Aboriginals have inhabited the Australian continent for at least 40,000 years, but it’s a matter of debate which European nationality was the first to ‘discover’ Australia and put it on the map.
Terra Australis Incognita ~ The Unknown Land of the South ~
appeared on Ptolemy’s maps, circa 150AD.
Ptolemy’s 8-book atlas ‘Geographica’ was the source of information upon which maps were based during the age of discovery in the late 1400 – 1500’s. It was with this limited data, which had changed little in nearly 1,500 years that sea explorers set off to ‘discover’ the world.
- Columbus setting off for India across the Atlantic in 1492 when he ‘discovered’ America
- Magellan, the Portuguese born, and Spanish national who’s crew made the first circumnavigation of the world via the Spice Islands in 1522, followed by
- Drake who was the first Englishman to circumnavigate in 1580.
The first records of Europeans landing in Australia include:
- 1606 Willem Jansz, the first recorded Dutchman to set foot on the western shore of Cape York Peninsula.
- 1616 Dirk Hartog, the first Dutchman to set foot in Western Australia
- 1688 William Dampier was the first Englishman to visit Australia, yet…
- 1770 Captain Cook* [Editor’s note: see comments below] has the credit for officially claiming Australia in the name of the British.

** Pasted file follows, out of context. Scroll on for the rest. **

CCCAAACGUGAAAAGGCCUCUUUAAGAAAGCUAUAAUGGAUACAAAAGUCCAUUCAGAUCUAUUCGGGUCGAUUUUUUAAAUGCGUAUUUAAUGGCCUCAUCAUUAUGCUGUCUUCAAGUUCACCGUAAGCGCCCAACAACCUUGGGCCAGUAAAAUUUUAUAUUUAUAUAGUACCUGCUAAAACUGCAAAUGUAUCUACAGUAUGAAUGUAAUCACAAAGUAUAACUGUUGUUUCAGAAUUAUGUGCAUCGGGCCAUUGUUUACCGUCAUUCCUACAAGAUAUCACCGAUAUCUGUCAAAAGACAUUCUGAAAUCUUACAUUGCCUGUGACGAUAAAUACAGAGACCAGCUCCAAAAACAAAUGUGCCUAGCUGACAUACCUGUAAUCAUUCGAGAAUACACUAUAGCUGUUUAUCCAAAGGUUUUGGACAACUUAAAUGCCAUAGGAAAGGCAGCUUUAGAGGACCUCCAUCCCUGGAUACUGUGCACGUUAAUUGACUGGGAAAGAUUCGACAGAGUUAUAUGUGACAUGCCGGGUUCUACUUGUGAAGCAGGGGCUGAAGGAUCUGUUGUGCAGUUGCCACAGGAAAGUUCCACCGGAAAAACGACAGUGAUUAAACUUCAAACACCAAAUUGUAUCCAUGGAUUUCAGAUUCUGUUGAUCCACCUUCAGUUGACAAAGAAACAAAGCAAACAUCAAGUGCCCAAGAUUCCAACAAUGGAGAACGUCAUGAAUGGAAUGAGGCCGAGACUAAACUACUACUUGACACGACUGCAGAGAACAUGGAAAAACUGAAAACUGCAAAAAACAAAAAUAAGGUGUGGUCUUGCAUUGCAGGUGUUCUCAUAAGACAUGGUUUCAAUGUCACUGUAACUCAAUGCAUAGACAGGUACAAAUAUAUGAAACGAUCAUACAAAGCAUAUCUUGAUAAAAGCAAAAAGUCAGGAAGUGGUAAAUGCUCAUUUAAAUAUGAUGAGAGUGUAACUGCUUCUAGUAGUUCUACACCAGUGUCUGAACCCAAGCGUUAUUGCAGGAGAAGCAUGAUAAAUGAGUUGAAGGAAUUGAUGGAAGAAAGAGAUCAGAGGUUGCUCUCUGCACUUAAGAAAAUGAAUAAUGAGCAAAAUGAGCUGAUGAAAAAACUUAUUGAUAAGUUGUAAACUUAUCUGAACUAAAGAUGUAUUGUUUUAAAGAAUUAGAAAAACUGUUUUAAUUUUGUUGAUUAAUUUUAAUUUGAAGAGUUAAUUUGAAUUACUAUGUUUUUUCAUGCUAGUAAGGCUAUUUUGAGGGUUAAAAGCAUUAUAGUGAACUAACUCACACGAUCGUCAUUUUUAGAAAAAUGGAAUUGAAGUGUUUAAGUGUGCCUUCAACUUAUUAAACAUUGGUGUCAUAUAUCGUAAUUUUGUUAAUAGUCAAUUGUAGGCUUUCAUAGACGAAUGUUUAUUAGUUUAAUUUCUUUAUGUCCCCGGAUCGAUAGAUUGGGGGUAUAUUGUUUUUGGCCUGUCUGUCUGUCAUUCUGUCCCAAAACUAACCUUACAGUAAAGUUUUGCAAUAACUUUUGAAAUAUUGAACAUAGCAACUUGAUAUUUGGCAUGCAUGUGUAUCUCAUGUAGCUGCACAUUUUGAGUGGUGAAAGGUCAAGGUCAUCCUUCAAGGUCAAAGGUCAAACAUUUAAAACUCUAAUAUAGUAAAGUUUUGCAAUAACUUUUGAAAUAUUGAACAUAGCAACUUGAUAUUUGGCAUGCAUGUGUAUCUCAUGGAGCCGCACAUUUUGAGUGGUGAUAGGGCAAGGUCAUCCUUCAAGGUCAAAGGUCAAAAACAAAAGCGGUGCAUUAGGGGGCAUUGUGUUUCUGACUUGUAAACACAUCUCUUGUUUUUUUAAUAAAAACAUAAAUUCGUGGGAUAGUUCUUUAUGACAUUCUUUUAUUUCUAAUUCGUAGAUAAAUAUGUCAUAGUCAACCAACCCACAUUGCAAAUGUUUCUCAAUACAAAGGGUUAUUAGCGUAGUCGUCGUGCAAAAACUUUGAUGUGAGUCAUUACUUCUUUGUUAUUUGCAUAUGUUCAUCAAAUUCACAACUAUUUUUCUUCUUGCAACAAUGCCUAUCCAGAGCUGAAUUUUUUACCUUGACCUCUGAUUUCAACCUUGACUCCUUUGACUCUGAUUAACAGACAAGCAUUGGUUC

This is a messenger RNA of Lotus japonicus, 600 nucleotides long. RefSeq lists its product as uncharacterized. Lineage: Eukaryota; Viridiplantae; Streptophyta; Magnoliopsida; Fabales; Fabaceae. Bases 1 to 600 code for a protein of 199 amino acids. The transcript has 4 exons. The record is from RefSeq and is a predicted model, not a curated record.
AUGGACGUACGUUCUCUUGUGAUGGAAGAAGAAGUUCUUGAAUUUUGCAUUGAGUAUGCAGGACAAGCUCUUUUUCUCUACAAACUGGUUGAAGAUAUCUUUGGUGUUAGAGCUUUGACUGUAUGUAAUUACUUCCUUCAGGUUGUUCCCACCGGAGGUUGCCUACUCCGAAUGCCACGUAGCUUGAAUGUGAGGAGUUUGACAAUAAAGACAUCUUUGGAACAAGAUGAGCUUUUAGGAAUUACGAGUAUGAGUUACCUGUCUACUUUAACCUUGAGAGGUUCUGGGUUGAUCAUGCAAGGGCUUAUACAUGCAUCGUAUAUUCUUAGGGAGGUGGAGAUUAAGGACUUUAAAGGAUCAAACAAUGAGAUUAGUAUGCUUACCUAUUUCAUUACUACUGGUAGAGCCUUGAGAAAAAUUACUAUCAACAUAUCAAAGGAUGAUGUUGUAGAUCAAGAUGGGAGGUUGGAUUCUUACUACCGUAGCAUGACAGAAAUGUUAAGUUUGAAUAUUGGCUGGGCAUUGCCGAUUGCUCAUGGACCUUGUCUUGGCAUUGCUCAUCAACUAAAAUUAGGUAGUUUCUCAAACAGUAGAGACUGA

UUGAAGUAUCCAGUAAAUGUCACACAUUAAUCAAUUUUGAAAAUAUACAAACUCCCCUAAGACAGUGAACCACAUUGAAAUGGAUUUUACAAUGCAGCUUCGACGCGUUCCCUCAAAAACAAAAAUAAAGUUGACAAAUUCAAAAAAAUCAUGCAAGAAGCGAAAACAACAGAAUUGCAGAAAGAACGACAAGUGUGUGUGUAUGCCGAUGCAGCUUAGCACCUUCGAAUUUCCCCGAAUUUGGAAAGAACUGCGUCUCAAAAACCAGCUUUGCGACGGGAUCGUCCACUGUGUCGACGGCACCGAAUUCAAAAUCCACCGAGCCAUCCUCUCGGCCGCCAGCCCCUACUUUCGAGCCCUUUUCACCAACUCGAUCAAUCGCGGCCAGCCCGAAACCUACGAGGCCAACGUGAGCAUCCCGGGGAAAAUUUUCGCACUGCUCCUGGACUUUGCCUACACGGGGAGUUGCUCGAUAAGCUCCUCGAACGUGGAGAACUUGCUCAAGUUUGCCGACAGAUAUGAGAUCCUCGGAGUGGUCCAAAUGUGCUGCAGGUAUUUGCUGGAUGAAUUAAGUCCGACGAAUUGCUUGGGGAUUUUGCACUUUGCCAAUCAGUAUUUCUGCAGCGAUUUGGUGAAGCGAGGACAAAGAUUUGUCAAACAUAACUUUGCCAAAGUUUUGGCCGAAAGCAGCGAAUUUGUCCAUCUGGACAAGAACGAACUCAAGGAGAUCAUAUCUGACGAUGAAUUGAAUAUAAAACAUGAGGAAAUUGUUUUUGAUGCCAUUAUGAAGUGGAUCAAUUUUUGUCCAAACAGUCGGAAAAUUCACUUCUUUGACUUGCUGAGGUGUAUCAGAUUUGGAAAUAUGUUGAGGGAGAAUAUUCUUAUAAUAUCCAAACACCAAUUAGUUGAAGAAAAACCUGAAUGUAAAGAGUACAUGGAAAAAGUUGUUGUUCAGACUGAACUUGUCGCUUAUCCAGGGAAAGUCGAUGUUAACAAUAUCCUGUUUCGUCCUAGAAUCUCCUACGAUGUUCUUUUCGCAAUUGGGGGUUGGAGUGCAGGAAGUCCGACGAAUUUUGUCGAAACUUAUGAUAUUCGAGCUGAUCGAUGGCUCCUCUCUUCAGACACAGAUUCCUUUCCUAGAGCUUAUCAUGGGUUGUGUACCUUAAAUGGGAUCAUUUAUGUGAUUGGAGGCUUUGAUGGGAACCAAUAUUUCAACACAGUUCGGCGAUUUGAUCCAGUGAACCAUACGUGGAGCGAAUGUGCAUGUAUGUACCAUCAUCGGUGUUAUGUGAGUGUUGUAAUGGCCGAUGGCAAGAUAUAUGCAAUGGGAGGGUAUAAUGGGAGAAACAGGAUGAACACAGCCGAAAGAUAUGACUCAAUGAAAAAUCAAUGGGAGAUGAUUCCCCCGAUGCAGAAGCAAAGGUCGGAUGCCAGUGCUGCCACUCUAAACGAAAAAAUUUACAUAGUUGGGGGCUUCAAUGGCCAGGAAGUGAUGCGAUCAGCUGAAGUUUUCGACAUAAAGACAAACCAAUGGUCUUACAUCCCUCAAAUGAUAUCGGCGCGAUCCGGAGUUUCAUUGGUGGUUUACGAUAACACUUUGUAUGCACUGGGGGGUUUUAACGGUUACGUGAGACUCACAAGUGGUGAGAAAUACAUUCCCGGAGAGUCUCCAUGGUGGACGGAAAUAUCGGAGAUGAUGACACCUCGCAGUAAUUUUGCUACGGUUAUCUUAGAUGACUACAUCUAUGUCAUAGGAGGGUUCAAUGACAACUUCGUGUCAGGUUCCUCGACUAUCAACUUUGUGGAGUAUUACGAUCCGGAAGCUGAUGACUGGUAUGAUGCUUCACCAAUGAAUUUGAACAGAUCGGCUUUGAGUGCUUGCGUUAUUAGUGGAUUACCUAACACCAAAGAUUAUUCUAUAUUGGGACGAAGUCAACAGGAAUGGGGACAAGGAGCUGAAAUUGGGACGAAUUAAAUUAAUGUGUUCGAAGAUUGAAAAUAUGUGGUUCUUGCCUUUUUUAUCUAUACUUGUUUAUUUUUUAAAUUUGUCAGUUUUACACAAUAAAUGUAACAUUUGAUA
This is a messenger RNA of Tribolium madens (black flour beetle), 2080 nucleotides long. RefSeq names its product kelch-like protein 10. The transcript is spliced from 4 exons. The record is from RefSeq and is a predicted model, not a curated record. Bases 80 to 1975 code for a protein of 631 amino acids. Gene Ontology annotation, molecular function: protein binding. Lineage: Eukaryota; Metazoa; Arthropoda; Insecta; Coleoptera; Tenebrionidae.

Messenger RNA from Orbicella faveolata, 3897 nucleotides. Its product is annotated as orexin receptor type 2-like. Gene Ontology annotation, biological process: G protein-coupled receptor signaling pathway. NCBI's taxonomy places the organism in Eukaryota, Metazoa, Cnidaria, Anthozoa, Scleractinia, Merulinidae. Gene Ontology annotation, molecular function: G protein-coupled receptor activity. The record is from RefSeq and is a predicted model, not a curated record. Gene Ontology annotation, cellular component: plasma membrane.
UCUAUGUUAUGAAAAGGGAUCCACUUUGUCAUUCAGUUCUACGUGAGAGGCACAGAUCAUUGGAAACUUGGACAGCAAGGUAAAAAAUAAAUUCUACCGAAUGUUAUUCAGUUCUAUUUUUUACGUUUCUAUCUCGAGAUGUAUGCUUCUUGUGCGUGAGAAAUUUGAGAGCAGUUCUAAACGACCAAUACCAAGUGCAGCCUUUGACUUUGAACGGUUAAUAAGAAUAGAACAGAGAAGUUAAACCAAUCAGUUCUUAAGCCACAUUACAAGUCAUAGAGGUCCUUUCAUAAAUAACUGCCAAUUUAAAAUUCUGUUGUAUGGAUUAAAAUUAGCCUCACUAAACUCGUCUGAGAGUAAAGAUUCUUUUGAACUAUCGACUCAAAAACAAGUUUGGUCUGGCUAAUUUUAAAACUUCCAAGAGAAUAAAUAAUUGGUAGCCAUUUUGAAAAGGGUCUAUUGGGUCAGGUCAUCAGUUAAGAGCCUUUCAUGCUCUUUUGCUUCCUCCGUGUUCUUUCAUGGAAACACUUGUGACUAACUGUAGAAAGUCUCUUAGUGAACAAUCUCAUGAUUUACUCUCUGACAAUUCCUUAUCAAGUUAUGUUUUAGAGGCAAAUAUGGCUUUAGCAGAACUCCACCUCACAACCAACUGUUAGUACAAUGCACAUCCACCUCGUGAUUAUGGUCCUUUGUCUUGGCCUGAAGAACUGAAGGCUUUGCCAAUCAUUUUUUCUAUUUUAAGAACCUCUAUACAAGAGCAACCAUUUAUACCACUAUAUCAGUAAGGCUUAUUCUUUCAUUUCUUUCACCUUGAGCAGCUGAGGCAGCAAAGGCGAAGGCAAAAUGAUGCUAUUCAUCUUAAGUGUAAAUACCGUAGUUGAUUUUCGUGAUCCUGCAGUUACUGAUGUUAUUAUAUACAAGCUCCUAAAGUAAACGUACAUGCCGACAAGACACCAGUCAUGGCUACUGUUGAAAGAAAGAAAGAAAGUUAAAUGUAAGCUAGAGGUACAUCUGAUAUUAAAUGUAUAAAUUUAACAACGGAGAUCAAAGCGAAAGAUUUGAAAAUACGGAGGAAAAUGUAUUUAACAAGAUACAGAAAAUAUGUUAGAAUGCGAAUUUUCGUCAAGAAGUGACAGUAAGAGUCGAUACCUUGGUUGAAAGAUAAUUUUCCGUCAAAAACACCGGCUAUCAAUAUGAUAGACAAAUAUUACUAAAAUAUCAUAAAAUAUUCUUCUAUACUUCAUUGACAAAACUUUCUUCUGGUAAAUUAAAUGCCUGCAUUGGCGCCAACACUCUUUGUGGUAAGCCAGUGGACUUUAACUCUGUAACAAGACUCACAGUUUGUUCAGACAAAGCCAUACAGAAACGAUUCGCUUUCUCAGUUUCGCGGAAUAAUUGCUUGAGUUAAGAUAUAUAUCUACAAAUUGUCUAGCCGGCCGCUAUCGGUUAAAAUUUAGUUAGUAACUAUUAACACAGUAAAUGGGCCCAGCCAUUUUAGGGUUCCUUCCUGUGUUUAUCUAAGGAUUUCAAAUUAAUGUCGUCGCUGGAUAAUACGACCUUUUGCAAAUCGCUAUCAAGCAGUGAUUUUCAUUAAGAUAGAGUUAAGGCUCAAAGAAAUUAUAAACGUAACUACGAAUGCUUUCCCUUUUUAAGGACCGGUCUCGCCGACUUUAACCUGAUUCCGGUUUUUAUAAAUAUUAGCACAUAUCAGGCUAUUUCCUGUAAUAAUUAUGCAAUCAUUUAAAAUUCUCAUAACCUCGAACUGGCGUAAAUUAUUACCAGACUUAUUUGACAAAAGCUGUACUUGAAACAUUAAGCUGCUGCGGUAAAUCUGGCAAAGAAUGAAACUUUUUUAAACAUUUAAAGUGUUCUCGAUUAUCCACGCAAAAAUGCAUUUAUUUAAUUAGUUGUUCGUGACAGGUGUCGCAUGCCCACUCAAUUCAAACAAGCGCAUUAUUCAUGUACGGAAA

The map below is the first map from the western world depicting Australia and was published in 1593, prior to any of these official landings.
It shows the east coast of Australia with New Guinea to the north. The land hosts an archer taking aim at a griffin, which is a mythical creature with an eagle’s head and a lion’s body. A lion and writhing snake also inhabit the landscape.
This map ‘Novae Guineae Forma, & Situs’ was part of a major work entitled ‘Speculum Orbis Terrarum’
It had been initiated by Gerard de Jode (1509 – 1591) a Dutch born cartographer, engraver and publisher who died in Belgium leaving the atlas uncompleted. His son Cornelis de Jode (1568 – 1600) finally published the work 2 years after his father’s death in 1593.
With its whimsical sea monsters, mermaids, sailing ships & sense of discovery,
this would be one of my favourite antique maps 🙂
I am indebted to Peter Reynders whose comments below have drawn my attention to a map held by the National Library that illustrates the first known usage of the word ‘Australia’ on a German map dated 1545
Click here for more details 🙂